Allison B. Wolf, "Just Immigration in the Americas: A Feminist Account" (Rowman & Littlefield, 2020)
Manage episode 289906685 series 2421494
Allison B. Wolf's Just Immigration in the Americas: A Feminist Account (Rowman and Littlefield, 2020) proposes a pioneering, interdisciplinary, feminist approach to immigration justice, which defines immigration justice as being about identifying and resisting global oppression in immigration structures, policies, practices, and norms.
In contrast to most philosophical work on immigration (which begins with abstract ideas and philosophical debates and then makes claims based on them), this book begins with concrete cases and immigration policies from throughout the United States, Mexico, Central America, and Colombia to assess the nature of immigration injustice and set us up to address it. Every chapter of the book begins with specific immigration policies, practices or sets of immigrant experiences in the U.S. and Latin America and then explores them through the lens of global oppression to better identify what makes it unjust and to put us in a better position to respond to that injustice and improve immigrants’ lives. It is one of the first sustained studies of immigration justice that focuses on Central and South America in addition to the U.S. and Mexico.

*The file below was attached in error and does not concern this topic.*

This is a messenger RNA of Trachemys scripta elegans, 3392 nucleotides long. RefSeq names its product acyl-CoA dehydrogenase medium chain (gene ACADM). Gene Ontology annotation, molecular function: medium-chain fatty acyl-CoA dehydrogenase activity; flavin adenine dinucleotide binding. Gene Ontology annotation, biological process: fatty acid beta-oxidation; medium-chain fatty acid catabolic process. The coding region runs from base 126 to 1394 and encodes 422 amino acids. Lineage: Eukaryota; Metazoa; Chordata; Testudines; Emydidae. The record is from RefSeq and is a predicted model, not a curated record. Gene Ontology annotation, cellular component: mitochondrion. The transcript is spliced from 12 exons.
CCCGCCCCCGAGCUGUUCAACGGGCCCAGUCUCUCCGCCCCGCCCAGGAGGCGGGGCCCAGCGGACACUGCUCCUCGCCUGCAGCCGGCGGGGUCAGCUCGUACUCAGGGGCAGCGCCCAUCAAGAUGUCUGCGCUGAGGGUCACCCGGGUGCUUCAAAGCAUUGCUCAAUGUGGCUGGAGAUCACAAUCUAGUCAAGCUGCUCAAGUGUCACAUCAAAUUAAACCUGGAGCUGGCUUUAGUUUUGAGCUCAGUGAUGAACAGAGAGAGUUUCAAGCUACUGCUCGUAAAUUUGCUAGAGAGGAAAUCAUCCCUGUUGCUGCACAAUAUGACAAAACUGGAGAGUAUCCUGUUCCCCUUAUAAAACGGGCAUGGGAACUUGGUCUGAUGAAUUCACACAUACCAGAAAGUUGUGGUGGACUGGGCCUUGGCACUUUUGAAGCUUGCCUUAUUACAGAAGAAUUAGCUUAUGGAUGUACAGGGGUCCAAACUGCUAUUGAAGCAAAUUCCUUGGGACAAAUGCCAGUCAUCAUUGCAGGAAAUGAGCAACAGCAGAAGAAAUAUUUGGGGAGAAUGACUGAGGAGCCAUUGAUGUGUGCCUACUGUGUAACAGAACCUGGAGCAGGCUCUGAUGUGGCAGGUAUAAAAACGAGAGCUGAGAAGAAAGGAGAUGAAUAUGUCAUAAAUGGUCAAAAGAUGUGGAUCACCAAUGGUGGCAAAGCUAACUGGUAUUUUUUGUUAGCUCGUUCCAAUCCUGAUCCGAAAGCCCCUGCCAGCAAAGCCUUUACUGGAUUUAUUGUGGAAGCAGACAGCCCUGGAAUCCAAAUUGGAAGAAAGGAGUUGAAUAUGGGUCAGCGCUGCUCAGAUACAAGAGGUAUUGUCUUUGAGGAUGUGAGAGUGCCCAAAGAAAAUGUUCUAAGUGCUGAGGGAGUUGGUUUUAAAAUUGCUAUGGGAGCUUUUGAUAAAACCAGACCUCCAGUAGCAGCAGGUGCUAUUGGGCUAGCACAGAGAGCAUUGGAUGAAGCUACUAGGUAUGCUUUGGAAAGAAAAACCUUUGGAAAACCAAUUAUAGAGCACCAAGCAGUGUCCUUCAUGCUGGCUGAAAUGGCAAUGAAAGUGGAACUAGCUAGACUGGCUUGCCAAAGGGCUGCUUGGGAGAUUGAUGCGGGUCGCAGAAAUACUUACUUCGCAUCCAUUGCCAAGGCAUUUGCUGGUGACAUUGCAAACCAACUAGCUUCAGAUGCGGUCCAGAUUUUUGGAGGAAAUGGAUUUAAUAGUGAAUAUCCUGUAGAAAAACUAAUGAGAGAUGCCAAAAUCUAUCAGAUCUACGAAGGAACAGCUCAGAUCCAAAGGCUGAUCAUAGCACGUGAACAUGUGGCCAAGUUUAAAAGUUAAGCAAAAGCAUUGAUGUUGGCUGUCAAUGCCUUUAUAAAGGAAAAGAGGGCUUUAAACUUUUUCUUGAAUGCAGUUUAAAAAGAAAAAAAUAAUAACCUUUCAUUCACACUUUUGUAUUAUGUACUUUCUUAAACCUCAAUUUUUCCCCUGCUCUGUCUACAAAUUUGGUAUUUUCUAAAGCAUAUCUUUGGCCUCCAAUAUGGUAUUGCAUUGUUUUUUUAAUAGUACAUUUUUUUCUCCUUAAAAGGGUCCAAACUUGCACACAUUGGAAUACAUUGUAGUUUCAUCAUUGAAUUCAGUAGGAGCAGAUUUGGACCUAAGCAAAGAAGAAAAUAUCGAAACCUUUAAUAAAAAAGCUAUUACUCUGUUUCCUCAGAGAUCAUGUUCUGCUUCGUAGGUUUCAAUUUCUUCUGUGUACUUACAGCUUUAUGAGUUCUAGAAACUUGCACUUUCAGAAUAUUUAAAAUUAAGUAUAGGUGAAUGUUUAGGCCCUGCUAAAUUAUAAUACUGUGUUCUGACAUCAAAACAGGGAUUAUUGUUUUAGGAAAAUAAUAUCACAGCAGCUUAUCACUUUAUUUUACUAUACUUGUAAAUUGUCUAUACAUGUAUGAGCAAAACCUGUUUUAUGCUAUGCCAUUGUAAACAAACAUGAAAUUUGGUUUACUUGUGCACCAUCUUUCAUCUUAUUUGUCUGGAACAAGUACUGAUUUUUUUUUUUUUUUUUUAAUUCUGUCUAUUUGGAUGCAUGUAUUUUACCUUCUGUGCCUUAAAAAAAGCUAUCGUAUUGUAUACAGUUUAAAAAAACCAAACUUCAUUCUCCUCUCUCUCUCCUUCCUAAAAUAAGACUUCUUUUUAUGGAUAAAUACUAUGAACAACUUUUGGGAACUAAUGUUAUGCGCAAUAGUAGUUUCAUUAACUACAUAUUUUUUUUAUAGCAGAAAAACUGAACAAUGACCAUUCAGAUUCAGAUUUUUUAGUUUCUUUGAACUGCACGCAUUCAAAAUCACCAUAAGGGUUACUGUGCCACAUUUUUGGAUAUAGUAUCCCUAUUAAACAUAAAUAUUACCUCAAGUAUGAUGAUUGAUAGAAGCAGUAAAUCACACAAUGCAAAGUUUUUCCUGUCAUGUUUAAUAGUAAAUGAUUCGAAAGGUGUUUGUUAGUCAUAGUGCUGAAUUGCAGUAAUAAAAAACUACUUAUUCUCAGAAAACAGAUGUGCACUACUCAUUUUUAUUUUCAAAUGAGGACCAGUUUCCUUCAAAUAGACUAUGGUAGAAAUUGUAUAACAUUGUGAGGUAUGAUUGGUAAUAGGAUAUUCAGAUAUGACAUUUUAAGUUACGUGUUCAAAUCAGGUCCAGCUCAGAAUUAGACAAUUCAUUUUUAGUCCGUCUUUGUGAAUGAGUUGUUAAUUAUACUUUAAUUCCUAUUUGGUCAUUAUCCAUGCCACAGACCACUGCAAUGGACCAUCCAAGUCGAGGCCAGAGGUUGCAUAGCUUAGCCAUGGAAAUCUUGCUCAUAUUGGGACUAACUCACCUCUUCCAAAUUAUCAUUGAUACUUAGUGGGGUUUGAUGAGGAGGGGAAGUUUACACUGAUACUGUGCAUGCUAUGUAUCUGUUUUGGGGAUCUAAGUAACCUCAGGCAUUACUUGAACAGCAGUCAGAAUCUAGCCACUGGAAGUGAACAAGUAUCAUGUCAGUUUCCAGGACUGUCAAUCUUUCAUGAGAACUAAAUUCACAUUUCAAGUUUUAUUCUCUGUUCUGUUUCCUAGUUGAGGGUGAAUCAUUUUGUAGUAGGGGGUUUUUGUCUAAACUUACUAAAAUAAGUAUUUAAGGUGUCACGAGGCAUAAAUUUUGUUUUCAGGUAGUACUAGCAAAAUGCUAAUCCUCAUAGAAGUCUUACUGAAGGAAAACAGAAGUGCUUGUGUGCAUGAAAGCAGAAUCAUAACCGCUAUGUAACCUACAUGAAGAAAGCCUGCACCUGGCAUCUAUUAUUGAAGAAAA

Ethan Besser Fredrick is a graduate student in Modern Latin American history seeking his PhD at the University of Minnesota. His work focuses on the Transatlantic Catholic movements in Mexico and Spain during the early 20th century.
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